The HKMA published a circular informing locally incorporated authorized institutions (AI) of its decision to lower the regulatory reserve (RR) requirement on locally incorporated AIs by 50% with immediate effect. The HKMA noted that the decision was taken partly in light of the need to provide AIs with more lending headroom to support customers in coping with the COVID-19 outbreak, and encouraged AIs to do so. The HKMA expects that AIs should not use the RR release for dividend distribution, share buyback or payment of bonus to senior management. The HKMA will continue to assess the situation to determine if any further adjustments are necessary. AIs may approach the HKMA through their usual contacts at the Banking Supervision Department for any question about this circular.

The RR requirement was implemented under the Hong Kong Financial Reporting Standard 9 (HKFRS 9) since January 2018. The HKMA observes that locally incorporated AIs have made good progress in enhancing their expected loss provisioning models, systems and controls, and in general reported notable increases in their accounting provisions for the second half of 2019 given the deterioration in the economic environment. This indicates that the "expected loss" provisioning requirement under HKFRS 9 is robust and responsive to changes in external conditions. Accordingly, the need for locally incorporated AIs to maintain an RR on top of accounting provisions has diminished. This also plays a part in the HKMA's decision to lower the RR requirement.

8 April 2020 Click here Please also see the mechanism for calculating the reduction in RR and adjustment to target rate of benchmark regulatory provision at here.
14 Coronavirus disease (COVID-19) and Anti-Money Laundering and Counter-Financing of Terrorism (AML/CFT) measures (For AIs) The HKMA published a circular setting out measures which should be taken by Authorized Institutions (AI) against money laundering and terrorist financing in light of the COVID-19 outbreak, and the HKMA's support in implementing such measures. The measures focused on three main elements, namely remote on-boarding and simplified due diligence, continued vigilance to COVID-19 related financial crime risks, and ongoing outreach and advice. The HKMA will continue to work constructively with AIs to keep its assessment of the situation up-to-date and address practical AML/CFT issues that may be related to COVID-19 in the most pragmatic manner, including through the provision of further guidance to support the current industry efforts in the light of evolving situation. AIs may approach the HKMA through their usual contacts in the AML & Financial Crime Risk Division or aml@hkma.iclnet.hk for any question about this circular. 7 April 2020 Click here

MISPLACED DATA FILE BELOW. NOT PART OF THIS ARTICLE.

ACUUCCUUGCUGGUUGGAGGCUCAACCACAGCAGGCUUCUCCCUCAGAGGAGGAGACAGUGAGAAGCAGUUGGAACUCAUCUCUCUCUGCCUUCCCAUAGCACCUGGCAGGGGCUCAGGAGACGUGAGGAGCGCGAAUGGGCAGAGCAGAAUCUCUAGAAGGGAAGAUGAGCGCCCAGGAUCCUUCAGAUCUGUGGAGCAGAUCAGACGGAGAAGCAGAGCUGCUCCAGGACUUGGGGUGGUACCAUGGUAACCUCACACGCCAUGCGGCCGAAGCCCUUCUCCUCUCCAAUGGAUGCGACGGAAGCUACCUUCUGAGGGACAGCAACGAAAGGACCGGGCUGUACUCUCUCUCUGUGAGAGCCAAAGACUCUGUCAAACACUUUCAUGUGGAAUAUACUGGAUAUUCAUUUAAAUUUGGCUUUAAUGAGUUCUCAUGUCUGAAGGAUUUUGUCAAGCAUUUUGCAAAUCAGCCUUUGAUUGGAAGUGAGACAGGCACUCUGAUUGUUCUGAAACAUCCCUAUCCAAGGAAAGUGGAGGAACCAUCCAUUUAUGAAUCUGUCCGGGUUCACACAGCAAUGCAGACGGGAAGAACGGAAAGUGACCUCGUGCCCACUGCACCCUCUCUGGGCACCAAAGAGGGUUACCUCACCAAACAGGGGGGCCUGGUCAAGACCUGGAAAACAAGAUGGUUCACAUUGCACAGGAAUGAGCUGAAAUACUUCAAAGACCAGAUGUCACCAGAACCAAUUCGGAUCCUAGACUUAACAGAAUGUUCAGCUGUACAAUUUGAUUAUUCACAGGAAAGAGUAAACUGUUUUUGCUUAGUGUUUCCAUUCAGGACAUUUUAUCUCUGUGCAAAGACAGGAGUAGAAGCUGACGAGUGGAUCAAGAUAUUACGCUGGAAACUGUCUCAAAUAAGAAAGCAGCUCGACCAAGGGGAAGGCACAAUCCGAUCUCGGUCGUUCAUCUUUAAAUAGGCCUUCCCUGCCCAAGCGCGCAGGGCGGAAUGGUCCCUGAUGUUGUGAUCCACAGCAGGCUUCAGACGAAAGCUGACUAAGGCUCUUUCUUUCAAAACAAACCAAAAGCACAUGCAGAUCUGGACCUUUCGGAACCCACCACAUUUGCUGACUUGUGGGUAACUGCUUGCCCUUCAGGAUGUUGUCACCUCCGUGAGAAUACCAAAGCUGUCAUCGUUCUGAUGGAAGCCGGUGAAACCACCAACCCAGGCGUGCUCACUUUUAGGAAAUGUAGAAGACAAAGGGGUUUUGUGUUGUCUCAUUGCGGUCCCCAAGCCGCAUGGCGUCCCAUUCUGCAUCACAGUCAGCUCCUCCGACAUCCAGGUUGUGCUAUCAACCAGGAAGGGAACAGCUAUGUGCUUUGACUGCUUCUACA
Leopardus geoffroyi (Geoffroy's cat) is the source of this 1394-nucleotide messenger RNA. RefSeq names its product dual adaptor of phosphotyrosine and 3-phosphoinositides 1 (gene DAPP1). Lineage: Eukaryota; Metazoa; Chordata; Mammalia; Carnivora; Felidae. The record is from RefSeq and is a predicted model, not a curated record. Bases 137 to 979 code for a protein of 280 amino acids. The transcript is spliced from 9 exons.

15 Coronavirus disease (COVID-19) and Anti-Money Laundering and Counter-Financing of Terrorism (AML/CFT) measures (For SVF Licensees) The HKMA published a circular setting out measures which should be taken by Stored Value Facility (SVF) Licensees against money laundering and terrorist financing in light of the COVID-19 outbreak, and the HKMA's support in implementing such measures. The measures focused on three main elements, namely customer due diligence, continued vigilance to COVID-19 related financial crime risks, and ongoing outreach and advice. The HKMA will continue to work constructively with SVF licensees to keep its assessment of the situation up-to-date and address practical AML/CFT issues that may be related to COVID-19 in the most pragmatic manner, including through the provision of further guidance to support the current industry efforts in the light of evolving situation. SVF licensees may approach the HKMA through their usual contacts in the AML & Financial Crime Risk Division or aml@hkma.iclnet.hk for any question about this circular. 7 April 2020 Click here